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dc.contributor.authorTwitchell, X̲ʼunei Lance
dc.date.accessioned2018-12-12T19:57:03Z
dc.date.available2018-12-12T19:57:03Z
dc.date.issued2018
dc.identifier.citationTwitchell, X. L. (2018). For our little grandchildren: Language revitalization among the Tlingit (Unpublished doctoral dissertation). University of Hawai'i, Hilo, Hawai'i.en_US
dc.identifier.urihttp://hdl.handle.net/11122/9707
dc.description.abstractThe Tlingit language has experienced drastic losses over the past two decades in terms of total number of speakers and places where the language is used. This steady decline in speakers was drastically accelerated as the last generation who grew up in a time when Tlingit was the primary language of homes and communities reach their sixties, seventies, eighties, and nineties. The youngest first language speakers are in their 60s, although most of them are in their eighties because intergenerational transmission severely declined in the second half of the 1900s, and has only recently returned with a few families who have committed to speaking with their children. Recent estimates have determined that the Tlingit language has about 80 birth speakers of various levels, and 50 second language learners that could be considered at the “intermediate” level or higher according to ACTFL scales. There are probably only 10 speakers remaining who could be considered fully fluent and capable of higher forms of speaking, and most of them are over 70 years old. This combines to create an unprecedented crisis for the Tlingit language, which will require massive shifts in cultural values, ways of living, institutional cultures, and educational practices if the language is going to survive the next 50 years and have more than a handful of speakers. Instead of merely surviving, or preserving, the goal of the Tlingit Language Continuity Movement1 is to have 3,000 speakers of the language by 2050. The current population of the Tlingit people is about 20,000 and of Tlingit territory is around 100,000. This means that 3,000 speakers would be 15% fluency among the Tlingit people and 3% within Tlingit territory, rising from 0.65% and 0.13% respectively. This dissertation documents some of the events that have led to massive language decline, and proposes a series of interconnected methods that would result in language revitalization. In particular, increasing adult fluency, creating safe acquisition environments, mending a people and their language, and following a 30-year action plan is the proposed method to revitalizing the Tlingit language. These chapters are based upon the following research methods: reviewing published Tlingit language materials and recorded Tlingit language, documenting Tlingit language speakers and their thoughts on language learning and use, and incorporating theories from sociolinguistics, language revitalization, and post-colonial decolonizing methodologies.en_US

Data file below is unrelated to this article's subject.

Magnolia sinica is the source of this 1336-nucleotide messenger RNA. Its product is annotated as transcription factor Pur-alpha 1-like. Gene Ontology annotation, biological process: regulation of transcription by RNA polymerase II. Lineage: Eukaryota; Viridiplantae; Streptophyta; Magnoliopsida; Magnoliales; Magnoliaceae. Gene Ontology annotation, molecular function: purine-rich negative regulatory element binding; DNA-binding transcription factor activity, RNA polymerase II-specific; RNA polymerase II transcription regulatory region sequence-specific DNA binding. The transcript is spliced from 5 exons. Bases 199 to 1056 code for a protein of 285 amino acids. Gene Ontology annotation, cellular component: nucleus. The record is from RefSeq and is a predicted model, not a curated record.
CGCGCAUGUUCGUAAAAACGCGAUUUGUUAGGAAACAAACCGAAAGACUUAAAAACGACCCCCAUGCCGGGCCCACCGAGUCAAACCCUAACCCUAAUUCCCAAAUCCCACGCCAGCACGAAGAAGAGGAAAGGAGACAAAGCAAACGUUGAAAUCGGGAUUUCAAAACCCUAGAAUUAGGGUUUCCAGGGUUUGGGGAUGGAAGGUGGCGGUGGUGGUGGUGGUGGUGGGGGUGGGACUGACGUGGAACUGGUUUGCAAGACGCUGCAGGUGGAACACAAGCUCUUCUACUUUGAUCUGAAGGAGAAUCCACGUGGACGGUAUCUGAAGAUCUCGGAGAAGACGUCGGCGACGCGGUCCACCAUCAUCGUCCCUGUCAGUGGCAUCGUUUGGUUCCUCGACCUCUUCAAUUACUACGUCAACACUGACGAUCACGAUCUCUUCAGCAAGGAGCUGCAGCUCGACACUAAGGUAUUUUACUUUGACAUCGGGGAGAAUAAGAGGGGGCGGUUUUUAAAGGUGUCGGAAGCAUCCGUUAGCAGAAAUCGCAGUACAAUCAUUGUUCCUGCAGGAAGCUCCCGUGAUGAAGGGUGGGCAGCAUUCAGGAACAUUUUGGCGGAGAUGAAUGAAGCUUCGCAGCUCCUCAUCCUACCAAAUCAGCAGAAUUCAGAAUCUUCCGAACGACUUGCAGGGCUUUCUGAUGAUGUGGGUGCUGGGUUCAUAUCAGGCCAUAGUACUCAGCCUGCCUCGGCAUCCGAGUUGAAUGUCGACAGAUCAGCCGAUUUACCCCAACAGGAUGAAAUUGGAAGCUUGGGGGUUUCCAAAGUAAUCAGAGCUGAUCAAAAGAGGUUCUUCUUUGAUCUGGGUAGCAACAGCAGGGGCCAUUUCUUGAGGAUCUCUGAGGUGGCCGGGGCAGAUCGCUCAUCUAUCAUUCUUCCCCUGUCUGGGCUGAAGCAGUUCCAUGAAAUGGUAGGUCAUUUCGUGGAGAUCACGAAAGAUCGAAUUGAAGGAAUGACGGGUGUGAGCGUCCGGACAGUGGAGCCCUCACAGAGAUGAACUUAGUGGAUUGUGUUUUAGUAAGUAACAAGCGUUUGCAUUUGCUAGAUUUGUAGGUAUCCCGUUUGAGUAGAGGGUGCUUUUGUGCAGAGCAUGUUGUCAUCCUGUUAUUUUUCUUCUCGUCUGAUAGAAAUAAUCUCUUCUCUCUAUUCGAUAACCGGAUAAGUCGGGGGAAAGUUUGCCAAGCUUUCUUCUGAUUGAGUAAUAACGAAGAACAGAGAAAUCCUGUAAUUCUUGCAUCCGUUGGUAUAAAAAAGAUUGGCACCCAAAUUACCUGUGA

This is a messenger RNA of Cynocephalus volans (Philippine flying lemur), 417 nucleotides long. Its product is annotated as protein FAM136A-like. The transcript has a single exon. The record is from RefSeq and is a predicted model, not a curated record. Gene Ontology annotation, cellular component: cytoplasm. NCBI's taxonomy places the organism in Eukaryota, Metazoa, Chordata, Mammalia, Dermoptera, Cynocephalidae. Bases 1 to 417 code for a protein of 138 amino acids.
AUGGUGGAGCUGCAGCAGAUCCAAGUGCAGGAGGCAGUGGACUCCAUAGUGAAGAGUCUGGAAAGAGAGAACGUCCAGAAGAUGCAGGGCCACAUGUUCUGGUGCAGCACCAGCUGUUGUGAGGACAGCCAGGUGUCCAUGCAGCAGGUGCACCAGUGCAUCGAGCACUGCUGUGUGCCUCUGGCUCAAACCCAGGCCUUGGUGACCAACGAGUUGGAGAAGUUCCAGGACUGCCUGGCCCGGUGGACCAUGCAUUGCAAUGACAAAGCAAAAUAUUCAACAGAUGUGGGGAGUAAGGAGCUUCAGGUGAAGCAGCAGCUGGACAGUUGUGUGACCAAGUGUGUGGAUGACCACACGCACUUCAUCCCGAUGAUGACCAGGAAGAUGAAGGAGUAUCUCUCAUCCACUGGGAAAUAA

dc.language.isoen_USen_US
dc.sourceKa Haka ʻUla O Keʻelilkōlani in the Graduate School University of Hawaiʻi at Hiloen_US
dc.subjectTlingit languageen_US
dc.subjectlanguage revitalizationen_US
dc.subjectResearch Subject Categories::SOCIAL SCIENCESen_US
dc.subjectResearch Subject Categories::INTERDISCIPLINARY RESEARCH AREAS::Cultural heritage and cultural productionen_US
dc.subjectResearch Subject Categories::HUMANITIES and RELIGION::Languages and linguisticsen_US
dc.titleHaa Dachx̱ánxʼi Sáani Kagéiyi Yís: Haa Yoo X̱ʼatángi Kei Naltseenen_US
dc.title.alternativeFor our Little Grandchildren: Language Revitalization Among the Tlingiten_US
dc.typeThesisen_US
dc.description.peerreviewYesen_US
refterms.dateFOA2020-02-18T12:04:30Z


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